Gifts Help Retired Minister Live with Joy and Dignity
Grocery shopping was once an anxiety-filled experience for the Rev. Gloria Casasus-Urrutia.
A divorce 10 years after her 2006 retirement had thrust her into severe financial hardship. “The economic anguish was so intense that I could only buy in the supermarket what was extremely necessary,” she said. “I had to write down the price of each item and add the prices to make sure I had the money.”
She also struggled to find a safe and affordable place to live. Her husband of 15 years was the sole owner of the home they had shared in San Germán, Puerto Rico, and she was forced to move. Her residence and neighborhood changed four times in two years.
To make matters even worse, Hurricane Maria arrived the year after Casasus-Urrutia’s divorce. Much of Puerto Rico was devastated, and she was beset by both mental anguish and physical ailments. “I had a panic attack, I had bronchitis, my arm was dislocated, and as if that wasn’t enough, my puppy had to be hospitalized for several days.”
While melancholy gripped her life, she was never in total despair. “I suffered a deep depression but there was something that was not affected: my faith and trust in the God of love and mercy that we preach so much.” She prayed for people who suffered severe setbacks from the storm and gave thanks for the meager provisions that she had.
A year after the hurricane, Casasus-Urrutia’s circumstances began to improve thanks to a grant from the Assistance Program of the Board of Pensions. The Assistance Program is supported by gifts to the Christmas Joy Offering.
She became aware that help might be available when she contacted the Board seeking an income certification letter. The letter was a necessary step in her application for government benefits. Maria Perry, a Board service specialist, took note of Casasus-Urrutia’s extremely modest income and advised her to apply to the Assistance Program.
Casasus-Urrutia’s pension is small because she entered ministry later in life and served small congregations that had limited financial resources. Perry told her that she and other Board representatives would soon be visiting Puerto Rico to meet with current and retired pension plan members. At the gathering, Perry helped Casasus Urrutia complete an Assistance Program application.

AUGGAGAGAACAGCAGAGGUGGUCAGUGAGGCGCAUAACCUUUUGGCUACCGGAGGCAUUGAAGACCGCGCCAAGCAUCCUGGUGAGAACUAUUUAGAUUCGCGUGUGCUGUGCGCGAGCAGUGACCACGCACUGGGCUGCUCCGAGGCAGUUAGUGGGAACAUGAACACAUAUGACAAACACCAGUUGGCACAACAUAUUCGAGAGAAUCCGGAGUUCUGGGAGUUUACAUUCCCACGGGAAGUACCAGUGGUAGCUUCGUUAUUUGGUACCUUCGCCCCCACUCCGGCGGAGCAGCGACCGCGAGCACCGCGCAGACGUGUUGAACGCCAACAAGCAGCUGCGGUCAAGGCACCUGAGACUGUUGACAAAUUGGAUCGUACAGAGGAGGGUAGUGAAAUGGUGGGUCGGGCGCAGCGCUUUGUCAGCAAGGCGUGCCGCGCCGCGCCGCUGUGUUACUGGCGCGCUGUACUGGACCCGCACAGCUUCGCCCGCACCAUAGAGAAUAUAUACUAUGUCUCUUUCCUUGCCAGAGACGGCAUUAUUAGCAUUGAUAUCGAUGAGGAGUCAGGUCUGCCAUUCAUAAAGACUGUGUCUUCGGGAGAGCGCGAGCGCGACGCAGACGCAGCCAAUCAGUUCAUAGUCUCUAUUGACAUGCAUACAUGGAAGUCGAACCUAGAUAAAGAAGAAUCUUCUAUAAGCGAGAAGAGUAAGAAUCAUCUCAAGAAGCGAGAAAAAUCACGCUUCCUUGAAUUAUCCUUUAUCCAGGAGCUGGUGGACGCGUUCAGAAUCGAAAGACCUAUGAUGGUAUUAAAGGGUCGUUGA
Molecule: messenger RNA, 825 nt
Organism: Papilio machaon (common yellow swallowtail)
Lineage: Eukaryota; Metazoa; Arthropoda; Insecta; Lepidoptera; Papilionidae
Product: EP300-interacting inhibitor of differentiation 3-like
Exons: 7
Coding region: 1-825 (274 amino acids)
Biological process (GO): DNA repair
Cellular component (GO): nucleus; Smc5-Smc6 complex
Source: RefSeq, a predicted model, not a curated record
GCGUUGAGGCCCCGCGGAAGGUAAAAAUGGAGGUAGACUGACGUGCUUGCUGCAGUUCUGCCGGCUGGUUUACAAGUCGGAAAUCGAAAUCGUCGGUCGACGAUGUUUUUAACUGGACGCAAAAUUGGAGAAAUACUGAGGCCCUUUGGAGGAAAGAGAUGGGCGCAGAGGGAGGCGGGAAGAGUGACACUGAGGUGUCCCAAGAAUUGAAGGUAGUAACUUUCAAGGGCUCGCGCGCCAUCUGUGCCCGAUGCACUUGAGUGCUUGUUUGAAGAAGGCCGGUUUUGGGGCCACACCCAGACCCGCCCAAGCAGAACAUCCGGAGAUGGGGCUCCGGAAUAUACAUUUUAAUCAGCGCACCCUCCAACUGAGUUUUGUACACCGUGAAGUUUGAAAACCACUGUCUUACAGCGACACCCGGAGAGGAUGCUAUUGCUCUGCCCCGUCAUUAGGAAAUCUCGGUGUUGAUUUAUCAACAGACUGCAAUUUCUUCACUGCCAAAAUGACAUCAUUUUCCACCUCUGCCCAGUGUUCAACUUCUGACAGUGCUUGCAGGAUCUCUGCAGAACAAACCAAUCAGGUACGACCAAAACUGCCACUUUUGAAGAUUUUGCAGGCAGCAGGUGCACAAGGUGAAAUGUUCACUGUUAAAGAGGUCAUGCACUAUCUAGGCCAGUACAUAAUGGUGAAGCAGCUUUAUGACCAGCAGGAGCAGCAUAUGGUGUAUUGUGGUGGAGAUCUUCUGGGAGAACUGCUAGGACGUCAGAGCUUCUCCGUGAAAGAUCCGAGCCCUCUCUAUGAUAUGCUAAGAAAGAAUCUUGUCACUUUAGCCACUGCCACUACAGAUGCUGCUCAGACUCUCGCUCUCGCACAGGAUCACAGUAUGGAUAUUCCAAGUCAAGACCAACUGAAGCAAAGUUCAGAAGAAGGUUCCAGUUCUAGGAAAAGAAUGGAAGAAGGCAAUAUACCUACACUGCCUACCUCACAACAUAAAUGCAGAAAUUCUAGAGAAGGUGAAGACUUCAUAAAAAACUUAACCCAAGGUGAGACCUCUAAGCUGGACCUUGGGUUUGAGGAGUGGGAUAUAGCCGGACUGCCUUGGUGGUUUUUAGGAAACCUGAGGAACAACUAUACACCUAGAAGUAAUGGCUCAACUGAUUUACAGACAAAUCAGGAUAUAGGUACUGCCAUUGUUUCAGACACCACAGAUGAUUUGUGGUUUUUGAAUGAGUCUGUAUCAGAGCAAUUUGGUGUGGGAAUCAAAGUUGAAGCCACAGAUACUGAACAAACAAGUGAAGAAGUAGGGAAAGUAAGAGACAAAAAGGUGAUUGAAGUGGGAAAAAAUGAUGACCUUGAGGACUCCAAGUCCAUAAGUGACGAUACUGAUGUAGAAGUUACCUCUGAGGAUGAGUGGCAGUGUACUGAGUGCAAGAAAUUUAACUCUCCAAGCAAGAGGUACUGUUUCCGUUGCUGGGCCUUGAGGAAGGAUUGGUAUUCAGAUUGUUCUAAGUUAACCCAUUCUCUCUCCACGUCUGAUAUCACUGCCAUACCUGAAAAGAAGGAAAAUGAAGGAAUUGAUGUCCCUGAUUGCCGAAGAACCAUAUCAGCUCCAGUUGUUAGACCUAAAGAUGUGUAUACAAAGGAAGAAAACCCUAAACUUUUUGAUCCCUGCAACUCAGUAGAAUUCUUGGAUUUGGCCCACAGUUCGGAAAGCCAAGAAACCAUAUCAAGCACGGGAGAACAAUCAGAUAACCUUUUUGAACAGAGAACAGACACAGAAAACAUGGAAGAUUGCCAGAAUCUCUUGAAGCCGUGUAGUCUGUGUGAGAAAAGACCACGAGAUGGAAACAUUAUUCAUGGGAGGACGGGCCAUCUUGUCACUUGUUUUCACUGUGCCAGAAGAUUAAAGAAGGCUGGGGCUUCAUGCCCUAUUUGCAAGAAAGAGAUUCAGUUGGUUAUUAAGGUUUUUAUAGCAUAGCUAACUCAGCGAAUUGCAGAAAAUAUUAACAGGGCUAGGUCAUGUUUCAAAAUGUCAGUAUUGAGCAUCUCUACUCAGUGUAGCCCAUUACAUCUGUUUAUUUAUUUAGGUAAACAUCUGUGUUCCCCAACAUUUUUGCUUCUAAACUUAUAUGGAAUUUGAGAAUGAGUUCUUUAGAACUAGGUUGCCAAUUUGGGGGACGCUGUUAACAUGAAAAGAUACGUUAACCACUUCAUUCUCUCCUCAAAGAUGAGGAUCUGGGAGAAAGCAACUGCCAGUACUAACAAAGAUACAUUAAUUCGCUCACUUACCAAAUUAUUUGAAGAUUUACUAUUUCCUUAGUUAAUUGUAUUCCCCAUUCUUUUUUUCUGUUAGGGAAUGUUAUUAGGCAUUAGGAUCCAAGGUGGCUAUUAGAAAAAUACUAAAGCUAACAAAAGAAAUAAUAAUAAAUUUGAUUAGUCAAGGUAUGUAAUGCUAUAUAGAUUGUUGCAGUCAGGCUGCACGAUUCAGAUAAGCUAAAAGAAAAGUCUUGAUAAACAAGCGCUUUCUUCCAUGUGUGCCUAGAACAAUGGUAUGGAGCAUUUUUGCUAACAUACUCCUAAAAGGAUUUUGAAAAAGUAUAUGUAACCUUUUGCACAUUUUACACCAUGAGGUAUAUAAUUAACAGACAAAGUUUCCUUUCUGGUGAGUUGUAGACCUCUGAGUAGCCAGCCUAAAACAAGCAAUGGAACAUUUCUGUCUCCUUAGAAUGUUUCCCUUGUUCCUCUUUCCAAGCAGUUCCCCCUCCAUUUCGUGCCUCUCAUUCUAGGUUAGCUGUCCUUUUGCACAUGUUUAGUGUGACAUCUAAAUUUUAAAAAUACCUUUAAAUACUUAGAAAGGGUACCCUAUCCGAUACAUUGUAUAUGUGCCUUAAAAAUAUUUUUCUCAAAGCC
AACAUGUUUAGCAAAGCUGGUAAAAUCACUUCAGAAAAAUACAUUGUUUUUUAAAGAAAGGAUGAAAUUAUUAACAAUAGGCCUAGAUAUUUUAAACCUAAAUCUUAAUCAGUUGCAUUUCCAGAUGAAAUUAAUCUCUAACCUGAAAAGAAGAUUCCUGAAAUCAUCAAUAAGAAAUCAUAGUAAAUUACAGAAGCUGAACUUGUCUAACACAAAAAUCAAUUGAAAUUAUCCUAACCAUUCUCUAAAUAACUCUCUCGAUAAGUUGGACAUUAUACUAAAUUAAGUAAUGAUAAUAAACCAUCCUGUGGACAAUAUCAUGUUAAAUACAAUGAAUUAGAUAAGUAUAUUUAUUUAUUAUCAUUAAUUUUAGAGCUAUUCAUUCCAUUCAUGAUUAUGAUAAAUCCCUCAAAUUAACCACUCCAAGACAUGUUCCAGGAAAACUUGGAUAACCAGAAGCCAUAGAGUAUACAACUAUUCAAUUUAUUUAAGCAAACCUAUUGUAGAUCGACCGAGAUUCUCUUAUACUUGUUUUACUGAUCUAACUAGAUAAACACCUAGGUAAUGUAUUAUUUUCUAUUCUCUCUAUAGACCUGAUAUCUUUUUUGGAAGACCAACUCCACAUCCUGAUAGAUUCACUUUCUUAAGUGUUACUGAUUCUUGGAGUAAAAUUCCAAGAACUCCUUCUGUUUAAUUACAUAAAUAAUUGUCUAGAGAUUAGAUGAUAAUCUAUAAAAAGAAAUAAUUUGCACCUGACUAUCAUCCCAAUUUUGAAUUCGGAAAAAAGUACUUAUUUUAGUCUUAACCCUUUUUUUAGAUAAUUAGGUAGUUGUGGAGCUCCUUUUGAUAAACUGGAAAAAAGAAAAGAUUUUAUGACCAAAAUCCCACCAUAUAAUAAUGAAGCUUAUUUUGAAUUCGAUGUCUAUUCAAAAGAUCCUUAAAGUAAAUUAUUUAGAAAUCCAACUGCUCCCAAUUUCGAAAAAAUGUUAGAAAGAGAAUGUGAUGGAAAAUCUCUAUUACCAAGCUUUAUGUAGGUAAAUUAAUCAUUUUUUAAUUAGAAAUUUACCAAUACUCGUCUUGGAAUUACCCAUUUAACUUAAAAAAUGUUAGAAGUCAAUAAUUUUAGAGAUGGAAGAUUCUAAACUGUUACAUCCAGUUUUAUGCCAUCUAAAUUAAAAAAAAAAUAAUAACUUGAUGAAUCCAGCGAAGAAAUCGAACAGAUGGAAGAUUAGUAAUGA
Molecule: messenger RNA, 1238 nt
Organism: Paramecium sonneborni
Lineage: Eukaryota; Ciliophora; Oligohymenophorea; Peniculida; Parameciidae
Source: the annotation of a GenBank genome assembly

“I saw light at the end of the tunnel,” Casasus-Urrutia said. “The good news (of her application’s approval) soon arrived.”
Her life, she noted, “has taken on a new turn.” The grant enabled her to repair the computerized position bed that helps her cope with orthopedic difficulties. She was also able to get her car’s brakes fixed and replace two tires that were flattened as she drove on debris-strewn roads in the wake of Hurricane Maria.
Her grocery shopping is no longer such a worrisome chore. In fact, she is now able to treat herself to butter pecan ice cream, a treat long missing from her freezer. She enjoys faithfully placing her tithe in her congregation’s offering plate.
Casasus Urrutia expressed gratitude for gifts to the Christmas Joy Offering and for the Assistance Program of the Board of Pensions they support. She said the generosity of Presbyterians and the Board’s work bear witness to the care of the Good Shepherd.
Most congregations receive the Christmas Joy Offering during the Advent and Christmas seasons. Half of the gifts go to the Assistance Program of the Board of Pensions to support past and current church workers and their families in critical financial need. The other half helps prepare future church leaders who study in Presbyterian-related schools and colleges equipping communities of color.
This was originally published for Presbyterian News Service on December 17, 2019.
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For those supported through the Christmas Joy Offering, this help is truly a gift from above. May our gifts, and the leaders who receive them, point us always to the truth of the one whose birth we celebrate, Jesus Christ — the truly perfect gift.